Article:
Using Google Service Accounts In Azure Pipelines

Hiring

We are Binx. We make every organization cloud-native.

Google Cloud Platform (GCP) uses service accounts to authorize applications or services. Azure Pipelines typically stores these credentials as Service Connection. However, a GCP Service connection is unavailable. Therefore we use Secure Files.

Secure Files

The Azure Pipelines Library provides Secure Files to store secrets without including them in source control. Files are project scope and permissions are controlled using roles. Just like service connections.

Remark Secure file usage history is not available. Use file permissions to ensure that your file is used by the appropriate teams and pipelines.

Add secure files to your project via Pipelines > Library > Secure Files.

Authenticate As Service Account

The following Azure Pipelines snippet uses a Secure file to configure the Google Cloud SDK credential.

    steps:
    - task: DownloadSecureFile@1
      name: serviceAccount
      inputs:
        secureFile: 'azure-deployments-example.json'
    - task: GoogleCloudSdkInstaller@0
      inputs:
        version: '291.0.0'
    - task: GcloudRunner@0
      inputs:
        command: 'auth activate-service-account'
        arguments: '--key-file $(serviceAccount.secureFilePath)'
      displayName: 'gcloud auth activate-service-account'

The pipeline assumes that:

The Google Cloud SDK credential is configured by calling gcloud auth activate-service-account with a credential stored as Secure file. This causes all gcloud commands to use the activated credential.

Discussion

Secure files can’t be updated. Rotating a secret thus requires you to recreate the file. In effect, all pipelines need to re-authorize with the Secure file-resource.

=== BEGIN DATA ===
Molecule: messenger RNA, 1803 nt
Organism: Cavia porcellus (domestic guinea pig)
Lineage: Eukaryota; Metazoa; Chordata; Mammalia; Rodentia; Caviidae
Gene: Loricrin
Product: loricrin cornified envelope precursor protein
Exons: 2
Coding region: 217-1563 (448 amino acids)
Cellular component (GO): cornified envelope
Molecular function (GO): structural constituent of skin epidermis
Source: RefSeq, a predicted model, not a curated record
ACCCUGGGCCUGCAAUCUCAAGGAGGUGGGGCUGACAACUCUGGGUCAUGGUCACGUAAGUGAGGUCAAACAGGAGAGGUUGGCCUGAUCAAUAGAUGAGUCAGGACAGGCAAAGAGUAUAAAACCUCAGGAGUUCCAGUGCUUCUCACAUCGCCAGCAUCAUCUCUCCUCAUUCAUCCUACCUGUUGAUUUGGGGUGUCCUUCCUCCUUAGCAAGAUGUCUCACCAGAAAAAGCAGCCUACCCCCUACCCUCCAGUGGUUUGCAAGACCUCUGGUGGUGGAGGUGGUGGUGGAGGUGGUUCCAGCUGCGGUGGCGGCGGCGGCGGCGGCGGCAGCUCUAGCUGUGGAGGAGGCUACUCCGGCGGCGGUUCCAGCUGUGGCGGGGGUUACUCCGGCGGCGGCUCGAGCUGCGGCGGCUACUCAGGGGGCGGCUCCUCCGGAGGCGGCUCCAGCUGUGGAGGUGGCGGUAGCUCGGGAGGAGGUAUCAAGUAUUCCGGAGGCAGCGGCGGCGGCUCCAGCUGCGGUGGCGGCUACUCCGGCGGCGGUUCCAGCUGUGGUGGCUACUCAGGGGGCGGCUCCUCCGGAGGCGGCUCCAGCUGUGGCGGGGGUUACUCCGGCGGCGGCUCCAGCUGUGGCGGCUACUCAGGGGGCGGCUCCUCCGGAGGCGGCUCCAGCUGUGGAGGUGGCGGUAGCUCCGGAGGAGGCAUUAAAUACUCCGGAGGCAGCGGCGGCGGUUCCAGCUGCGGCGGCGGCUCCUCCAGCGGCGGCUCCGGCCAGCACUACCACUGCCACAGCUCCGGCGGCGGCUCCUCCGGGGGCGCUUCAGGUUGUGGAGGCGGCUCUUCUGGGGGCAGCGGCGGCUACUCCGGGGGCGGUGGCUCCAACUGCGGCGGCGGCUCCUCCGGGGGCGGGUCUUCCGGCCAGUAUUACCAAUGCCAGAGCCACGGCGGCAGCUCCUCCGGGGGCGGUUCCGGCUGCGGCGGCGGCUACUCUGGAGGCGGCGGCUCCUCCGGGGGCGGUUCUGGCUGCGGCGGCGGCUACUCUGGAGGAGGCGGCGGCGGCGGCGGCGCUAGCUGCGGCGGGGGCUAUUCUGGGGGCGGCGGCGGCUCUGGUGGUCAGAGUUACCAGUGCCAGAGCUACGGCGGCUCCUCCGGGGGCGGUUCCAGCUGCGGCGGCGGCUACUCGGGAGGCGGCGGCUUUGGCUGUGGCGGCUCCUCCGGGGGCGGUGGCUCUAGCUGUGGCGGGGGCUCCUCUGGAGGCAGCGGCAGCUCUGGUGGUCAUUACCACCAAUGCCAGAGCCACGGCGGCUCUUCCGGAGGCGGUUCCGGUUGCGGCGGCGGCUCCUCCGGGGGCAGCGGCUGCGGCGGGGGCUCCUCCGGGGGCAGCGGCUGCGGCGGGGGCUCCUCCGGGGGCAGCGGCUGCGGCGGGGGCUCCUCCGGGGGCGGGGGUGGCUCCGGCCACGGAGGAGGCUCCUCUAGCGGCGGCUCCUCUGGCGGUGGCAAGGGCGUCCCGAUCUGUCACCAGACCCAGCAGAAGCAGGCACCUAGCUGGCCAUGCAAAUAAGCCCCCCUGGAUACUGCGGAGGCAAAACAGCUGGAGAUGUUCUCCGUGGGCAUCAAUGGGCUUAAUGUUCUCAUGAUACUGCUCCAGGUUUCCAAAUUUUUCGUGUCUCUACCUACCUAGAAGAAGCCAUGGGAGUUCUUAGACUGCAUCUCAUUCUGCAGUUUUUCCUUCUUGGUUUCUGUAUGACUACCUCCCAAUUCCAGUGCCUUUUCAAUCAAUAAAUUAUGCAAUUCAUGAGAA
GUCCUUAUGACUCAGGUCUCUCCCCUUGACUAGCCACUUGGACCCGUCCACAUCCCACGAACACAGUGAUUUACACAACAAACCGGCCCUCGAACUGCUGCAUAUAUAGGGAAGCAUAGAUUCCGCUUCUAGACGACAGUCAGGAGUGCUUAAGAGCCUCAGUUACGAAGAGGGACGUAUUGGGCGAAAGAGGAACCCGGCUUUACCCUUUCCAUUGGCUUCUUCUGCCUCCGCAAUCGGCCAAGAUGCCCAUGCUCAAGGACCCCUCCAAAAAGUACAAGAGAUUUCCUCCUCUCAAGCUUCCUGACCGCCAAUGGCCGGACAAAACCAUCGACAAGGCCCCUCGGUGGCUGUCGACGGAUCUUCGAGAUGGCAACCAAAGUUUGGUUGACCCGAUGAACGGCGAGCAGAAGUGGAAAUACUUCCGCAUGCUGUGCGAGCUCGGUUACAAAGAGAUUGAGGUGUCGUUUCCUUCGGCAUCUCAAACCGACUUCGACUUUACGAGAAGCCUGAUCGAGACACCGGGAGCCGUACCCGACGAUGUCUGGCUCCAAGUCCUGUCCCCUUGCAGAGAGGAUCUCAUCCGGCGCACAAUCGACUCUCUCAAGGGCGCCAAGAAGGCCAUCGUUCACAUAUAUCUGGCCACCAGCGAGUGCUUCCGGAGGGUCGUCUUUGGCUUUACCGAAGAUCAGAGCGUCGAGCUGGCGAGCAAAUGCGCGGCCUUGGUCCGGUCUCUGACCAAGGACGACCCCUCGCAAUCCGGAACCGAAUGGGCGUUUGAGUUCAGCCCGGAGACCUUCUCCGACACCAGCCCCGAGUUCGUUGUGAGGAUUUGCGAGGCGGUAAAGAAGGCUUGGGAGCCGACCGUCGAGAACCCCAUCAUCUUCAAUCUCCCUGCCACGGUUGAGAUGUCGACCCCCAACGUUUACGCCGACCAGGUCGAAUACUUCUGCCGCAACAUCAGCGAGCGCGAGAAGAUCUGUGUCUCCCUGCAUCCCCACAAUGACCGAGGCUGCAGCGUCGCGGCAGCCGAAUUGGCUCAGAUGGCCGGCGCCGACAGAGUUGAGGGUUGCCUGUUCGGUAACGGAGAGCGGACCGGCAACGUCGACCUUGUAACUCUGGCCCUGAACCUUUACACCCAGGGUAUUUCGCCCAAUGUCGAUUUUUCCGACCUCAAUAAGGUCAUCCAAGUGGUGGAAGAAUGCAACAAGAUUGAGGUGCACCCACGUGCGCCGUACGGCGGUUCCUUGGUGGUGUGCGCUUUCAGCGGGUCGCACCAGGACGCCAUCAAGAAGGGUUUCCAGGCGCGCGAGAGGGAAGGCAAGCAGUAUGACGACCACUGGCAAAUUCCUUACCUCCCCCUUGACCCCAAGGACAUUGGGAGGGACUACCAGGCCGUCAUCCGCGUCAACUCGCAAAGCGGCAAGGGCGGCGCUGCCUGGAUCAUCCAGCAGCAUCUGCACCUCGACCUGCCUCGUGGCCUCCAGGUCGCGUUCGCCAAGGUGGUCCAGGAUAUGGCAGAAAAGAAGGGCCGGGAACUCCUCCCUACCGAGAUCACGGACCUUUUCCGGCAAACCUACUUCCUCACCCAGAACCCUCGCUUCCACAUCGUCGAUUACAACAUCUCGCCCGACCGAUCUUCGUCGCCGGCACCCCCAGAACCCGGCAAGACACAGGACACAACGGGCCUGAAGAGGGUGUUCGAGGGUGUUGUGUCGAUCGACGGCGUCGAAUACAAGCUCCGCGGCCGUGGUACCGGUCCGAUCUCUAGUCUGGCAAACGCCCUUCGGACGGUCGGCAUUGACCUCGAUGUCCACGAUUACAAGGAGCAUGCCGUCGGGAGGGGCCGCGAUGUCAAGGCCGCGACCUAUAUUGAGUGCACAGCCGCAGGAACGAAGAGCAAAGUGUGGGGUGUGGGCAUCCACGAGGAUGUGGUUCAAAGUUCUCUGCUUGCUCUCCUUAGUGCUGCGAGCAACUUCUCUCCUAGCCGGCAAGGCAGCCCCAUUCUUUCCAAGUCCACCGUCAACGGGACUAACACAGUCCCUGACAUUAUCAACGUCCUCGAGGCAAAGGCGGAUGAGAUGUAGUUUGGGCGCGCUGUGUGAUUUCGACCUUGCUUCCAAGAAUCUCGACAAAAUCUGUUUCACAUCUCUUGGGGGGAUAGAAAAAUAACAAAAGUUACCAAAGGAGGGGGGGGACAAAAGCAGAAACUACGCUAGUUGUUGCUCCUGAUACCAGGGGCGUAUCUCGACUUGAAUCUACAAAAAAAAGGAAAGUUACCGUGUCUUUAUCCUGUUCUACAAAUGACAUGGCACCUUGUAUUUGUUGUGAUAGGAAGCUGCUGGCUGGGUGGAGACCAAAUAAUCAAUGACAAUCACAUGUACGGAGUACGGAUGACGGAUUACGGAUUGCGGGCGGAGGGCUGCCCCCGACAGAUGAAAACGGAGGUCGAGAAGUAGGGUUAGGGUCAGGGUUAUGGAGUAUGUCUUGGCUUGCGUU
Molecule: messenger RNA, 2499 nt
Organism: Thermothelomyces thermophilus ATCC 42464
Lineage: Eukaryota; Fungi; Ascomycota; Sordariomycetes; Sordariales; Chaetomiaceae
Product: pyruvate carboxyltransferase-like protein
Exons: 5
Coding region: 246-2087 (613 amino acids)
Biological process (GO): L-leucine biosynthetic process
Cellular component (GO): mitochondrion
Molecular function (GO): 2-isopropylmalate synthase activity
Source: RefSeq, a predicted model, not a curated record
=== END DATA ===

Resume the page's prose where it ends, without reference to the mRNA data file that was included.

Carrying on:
Resource authorization required

I’m fond of this re-authorization process. However, I do understand that it differs from Service Connections. Since Service Connections are unavailable, you could use Variable Groups. The variable group injects a secret pipeline variable containing the service account credential. Since Google Cloud SDK requires a file, the pipeline needs to write the secret variable to a file:

    variables:
    - group: azure-deployments-example
    steps:
    - task: Bash@3
      inputs:
        targetType: 'inline'
        script: 'echo $(ServiceAccountKey) | base64 -d > _key.json'
    - task: GoogleCloudSdkInstaller@0
      inputs:
        version: '291.0.0'
    - task: GcloudRunner@0
      inputs:
        command: 'auth activate-service-account'
        arguments: '--key-file _key.json'
      displayName: 'gcloud auth activate-service-account'

This pipeline assumes a Variable group ‘azure-deployments-example’ and a base64 encoded variable ‘ServiceAccountKey’. The use of ServiceAccountKey is described by Google in Creating a CI/CD pipeline with Azure Pipelines and Cloud Run

Conclusion

Secure Files is a secret store suited for storing Google service account credentials. Combined with the Google Cloud SDK extension it’s easy to authenticate and act as your service account.

As a cloud consultant I enjoy taking software engineering practices to the cloud. Continuously improving the customers systems, tools and processes by focusing on integration and quality.
Share this article: Tweet this post / Post on LinkedIn